Chart 1: The role of a falling labour share—GDP and average total compensation

What about the non-wage costs that the Treasury focuses on? Chart 2 shows that a gap has indeed opened up between a measure of average compensation, which includes these costs, and average wages, which doesn’t. This confirms HMT's basic claim that non-wage employer costs have risen, squeezing the amount left over for pay. Not all of this change is about employer NICs —rising pension contributions have played a bigger role. This is of course no bad thing in itself, although its generational implications are harsh for the young people taking a hit to their pay to fill historic pension fund deficits. Either way, the trade-off between these costs and wages is clear.

Chart 2: The role of employer costs — average total compensation and average wages

That leaves the question of how wages are distributed by the labour market. Chart 3 shows how trends in median wages—the pay of the worker in the middle of the distribution—compare to trends in average (mean) wages, which also capture growth in wages at the very top. The gap between the two shows the extent to which inequality accounts for the typical worker falling behind economic growth. As we can see, this gap is the biggest of the three. Inequality is a more important explanation than rising employer costs for why the wages of the typical worker have fallen behind GDP.

Chart 3: The role of inequality—mean wages and median wages

What should we make of all this? There’s no disguising the fact that it makes for a lousy whodunit; no single factor is to blame. And of course today’s new OBR forecasts for wages owe as much to the unusual dynamics of our post-crisis labour market as they do to the longer-term story we see in these charts.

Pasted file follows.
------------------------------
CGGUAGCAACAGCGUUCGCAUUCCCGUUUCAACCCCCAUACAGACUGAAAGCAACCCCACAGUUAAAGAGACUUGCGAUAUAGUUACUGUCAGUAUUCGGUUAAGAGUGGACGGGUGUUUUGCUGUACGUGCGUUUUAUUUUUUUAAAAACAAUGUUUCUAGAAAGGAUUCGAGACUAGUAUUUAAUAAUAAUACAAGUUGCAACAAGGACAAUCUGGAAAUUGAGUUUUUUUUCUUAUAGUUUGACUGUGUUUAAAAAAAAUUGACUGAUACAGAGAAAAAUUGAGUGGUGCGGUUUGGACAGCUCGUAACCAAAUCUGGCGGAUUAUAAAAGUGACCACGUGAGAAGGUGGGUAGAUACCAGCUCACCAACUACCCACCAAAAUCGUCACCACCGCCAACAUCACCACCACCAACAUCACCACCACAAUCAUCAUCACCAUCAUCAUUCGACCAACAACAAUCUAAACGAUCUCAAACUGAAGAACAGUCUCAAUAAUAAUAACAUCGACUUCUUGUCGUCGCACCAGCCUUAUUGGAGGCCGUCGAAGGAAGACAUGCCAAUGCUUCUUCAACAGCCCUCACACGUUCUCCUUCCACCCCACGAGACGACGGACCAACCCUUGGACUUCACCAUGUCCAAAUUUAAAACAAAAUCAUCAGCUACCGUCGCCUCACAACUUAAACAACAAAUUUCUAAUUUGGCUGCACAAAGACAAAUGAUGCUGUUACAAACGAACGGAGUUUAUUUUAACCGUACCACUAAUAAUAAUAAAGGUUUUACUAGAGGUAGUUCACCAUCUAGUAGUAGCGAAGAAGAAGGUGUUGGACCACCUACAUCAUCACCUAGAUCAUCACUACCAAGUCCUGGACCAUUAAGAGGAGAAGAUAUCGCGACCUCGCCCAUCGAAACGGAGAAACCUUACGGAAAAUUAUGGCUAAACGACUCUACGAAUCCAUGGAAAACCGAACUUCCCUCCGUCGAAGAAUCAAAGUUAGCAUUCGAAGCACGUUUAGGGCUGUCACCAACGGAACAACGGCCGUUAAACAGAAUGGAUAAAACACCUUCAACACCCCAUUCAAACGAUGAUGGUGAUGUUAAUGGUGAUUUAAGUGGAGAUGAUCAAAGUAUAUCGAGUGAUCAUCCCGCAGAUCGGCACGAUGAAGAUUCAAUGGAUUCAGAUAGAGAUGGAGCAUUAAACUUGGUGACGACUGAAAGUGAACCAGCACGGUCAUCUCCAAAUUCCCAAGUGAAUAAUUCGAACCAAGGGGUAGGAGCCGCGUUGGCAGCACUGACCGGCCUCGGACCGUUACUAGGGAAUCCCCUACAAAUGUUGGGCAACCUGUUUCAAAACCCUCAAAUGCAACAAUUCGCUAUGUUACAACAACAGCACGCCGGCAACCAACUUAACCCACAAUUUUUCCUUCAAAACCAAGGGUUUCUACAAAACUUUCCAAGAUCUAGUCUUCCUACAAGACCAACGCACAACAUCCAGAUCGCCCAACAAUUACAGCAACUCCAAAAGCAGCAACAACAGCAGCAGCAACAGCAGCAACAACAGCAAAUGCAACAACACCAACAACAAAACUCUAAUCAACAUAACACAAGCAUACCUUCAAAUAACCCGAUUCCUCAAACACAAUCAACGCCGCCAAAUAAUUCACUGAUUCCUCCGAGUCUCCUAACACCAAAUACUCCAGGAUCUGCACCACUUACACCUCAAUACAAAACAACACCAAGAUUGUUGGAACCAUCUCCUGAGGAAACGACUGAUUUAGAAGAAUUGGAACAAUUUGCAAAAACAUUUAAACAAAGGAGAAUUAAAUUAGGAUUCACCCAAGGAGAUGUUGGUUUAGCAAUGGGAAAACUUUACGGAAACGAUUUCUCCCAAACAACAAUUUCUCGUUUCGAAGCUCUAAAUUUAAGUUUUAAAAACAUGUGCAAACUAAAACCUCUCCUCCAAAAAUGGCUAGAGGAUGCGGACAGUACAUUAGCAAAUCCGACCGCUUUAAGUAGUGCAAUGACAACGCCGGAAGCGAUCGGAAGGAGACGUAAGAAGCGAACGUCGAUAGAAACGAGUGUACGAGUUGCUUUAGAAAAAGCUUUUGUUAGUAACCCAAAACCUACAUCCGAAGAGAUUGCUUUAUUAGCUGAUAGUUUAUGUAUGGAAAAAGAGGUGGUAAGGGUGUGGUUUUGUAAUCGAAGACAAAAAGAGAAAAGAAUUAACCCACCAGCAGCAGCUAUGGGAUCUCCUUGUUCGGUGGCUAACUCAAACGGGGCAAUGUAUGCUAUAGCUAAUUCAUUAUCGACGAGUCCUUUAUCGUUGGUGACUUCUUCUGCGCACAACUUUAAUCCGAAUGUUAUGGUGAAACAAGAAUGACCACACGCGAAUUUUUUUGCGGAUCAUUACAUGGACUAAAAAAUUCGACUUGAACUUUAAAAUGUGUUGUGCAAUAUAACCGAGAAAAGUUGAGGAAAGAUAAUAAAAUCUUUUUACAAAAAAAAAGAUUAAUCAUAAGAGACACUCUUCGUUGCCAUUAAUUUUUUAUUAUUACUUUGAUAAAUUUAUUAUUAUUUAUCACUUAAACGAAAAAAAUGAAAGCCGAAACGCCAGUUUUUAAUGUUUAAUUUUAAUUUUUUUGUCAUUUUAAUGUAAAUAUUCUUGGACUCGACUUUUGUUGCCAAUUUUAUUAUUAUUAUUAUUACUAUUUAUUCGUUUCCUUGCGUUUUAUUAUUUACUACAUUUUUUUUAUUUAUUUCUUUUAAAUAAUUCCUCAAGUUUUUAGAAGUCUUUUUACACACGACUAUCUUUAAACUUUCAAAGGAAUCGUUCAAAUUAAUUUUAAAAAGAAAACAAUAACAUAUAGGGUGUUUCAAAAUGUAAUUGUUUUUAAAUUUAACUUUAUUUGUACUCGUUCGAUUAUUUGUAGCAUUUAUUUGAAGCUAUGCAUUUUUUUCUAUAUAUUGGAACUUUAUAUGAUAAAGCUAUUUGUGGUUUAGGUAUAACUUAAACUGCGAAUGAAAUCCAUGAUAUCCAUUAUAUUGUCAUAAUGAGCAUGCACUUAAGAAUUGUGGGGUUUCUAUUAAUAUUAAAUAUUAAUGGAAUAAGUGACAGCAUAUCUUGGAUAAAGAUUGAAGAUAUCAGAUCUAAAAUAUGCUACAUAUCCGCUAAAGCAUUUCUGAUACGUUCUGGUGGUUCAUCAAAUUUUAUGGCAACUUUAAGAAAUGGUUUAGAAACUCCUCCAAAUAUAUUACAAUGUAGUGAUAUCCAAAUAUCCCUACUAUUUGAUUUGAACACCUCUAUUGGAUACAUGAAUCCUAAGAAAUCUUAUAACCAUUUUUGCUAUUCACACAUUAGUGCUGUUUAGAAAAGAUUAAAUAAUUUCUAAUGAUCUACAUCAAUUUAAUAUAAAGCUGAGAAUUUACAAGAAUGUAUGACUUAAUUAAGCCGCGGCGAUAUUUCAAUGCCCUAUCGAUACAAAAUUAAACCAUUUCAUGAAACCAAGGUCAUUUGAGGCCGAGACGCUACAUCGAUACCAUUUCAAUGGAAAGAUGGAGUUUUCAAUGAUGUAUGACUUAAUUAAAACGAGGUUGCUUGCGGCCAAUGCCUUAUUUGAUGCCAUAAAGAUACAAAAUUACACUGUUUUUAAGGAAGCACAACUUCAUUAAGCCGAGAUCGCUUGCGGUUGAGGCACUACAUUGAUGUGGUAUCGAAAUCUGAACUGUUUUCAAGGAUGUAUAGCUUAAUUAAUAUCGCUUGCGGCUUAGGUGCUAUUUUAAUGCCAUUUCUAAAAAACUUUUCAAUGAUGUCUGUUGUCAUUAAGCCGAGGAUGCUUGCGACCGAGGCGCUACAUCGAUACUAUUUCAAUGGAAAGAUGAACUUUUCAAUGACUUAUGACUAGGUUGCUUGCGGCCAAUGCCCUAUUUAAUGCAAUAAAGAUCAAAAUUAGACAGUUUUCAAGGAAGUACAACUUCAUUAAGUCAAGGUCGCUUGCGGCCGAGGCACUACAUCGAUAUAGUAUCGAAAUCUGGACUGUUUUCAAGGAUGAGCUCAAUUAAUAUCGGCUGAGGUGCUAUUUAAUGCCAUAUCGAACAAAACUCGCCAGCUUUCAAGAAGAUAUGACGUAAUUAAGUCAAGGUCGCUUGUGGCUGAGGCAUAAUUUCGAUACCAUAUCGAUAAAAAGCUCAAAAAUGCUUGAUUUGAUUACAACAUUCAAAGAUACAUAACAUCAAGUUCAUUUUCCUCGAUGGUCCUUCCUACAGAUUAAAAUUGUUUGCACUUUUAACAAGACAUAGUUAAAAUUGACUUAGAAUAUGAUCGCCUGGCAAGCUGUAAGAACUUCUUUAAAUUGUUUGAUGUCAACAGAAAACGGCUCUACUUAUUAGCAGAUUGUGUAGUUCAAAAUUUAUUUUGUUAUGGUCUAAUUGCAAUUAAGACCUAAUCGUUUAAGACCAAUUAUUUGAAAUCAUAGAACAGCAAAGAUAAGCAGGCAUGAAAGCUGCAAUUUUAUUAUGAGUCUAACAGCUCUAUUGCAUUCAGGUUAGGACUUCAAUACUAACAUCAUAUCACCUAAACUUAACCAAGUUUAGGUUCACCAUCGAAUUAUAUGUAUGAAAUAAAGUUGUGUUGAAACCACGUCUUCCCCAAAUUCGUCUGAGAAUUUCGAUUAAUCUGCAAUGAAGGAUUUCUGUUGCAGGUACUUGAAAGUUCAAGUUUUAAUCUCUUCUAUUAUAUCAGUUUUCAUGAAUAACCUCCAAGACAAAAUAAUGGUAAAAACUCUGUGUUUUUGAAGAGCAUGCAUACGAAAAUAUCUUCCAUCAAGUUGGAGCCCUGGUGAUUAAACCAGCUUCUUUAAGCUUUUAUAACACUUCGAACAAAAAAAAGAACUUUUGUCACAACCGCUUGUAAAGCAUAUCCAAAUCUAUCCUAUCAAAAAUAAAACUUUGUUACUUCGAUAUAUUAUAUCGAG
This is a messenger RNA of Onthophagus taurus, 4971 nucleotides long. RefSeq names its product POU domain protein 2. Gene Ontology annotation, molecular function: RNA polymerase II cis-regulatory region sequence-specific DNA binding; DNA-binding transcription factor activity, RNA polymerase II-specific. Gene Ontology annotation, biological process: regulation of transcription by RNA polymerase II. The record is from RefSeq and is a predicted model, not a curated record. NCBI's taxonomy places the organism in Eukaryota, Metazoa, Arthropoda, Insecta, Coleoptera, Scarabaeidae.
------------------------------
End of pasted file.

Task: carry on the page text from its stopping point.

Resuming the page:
But the findings also show how much we need a more serious, less partisan debate about these fundamental changes in how our economy works. There will be those on both sides of the political aisle that don’t much like the implication of these findings. For some on the left, it is appealing to turn to a falling labour share as an explanation for wages falling behind. They see the owners of capital hoarding ever more profits, squeezing out workers. But in 2008, such changes only accounted for around a fifth of the gap that had opened up between GDP and median pay since 1972. On the other hand, non-wage costs accounted for more than a quarter (27 per cent). That means accepting the basic truth in the Treasury account: rising employer costs put pressure on pay.